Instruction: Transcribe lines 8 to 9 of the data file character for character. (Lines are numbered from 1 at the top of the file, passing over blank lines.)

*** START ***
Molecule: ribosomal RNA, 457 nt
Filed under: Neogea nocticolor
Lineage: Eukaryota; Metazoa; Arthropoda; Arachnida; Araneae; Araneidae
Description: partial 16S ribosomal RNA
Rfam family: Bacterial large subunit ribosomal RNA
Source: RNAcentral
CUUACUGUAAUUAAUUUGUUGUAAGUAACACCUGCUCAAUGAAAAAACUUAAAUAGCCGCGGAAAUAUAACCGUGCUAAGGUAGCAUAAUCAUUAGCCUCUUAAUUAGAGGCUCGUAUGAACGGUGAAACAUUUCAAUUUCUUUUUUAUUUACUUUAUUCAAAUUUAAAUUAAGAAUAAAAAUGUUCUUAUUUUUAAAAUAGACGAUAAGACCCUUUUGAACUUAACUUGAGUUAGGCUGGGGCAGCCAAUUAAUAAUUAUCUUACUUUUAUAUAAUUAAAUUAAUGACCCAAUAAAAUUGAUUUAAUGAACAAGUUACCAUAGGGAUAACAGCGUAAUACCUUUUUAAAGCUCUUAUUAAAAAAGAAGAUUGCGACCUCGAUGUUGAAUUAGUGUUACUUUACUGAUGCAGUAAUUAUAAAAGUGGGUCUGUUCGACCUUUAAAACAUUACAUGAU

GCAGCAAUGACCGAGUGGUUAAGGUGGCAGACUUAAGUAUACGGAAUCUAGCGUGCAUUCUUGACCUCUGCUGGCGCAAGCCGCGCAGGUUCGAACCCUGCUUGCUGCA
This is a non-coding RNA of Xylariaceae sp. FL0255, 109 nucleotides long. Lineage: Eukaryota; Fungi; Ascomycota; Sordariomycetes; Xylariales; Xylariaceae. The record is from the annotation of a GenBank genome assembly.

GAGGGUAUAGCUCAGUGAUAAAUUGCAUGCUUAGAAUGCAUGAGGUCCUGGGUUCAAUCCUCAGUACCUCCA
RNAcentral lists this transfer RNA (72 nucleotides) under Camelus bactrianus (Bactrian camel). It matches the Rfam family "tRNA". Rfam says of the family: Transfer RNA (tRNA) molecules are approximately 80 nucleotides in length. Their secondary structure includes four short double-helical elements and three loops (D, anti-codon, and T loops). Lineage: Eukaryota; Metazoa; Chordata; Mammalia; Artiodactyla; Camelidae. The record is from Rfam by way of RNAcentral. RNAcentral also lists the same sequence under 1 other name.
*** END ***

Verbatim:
GCAGCAAUGACCGAGUGGUUAAGGUGGCAGACUUAAGUAUACGGAAUCUAGCGUGCAUUCUUGACCUCUGCUGGCGCAAGCCGCGCAGGUUCGAACCCUGCUUGCUGCA
This is a non-coding RNA of Xylariaceae sp. FL0255, 109 nucleotides long. Lineage: Eukaryota; Fungi; Ascomycota; Sordariomycetes; Xylariales; Xylariaceae. The record is from the annotation of a GenBank genome assembly.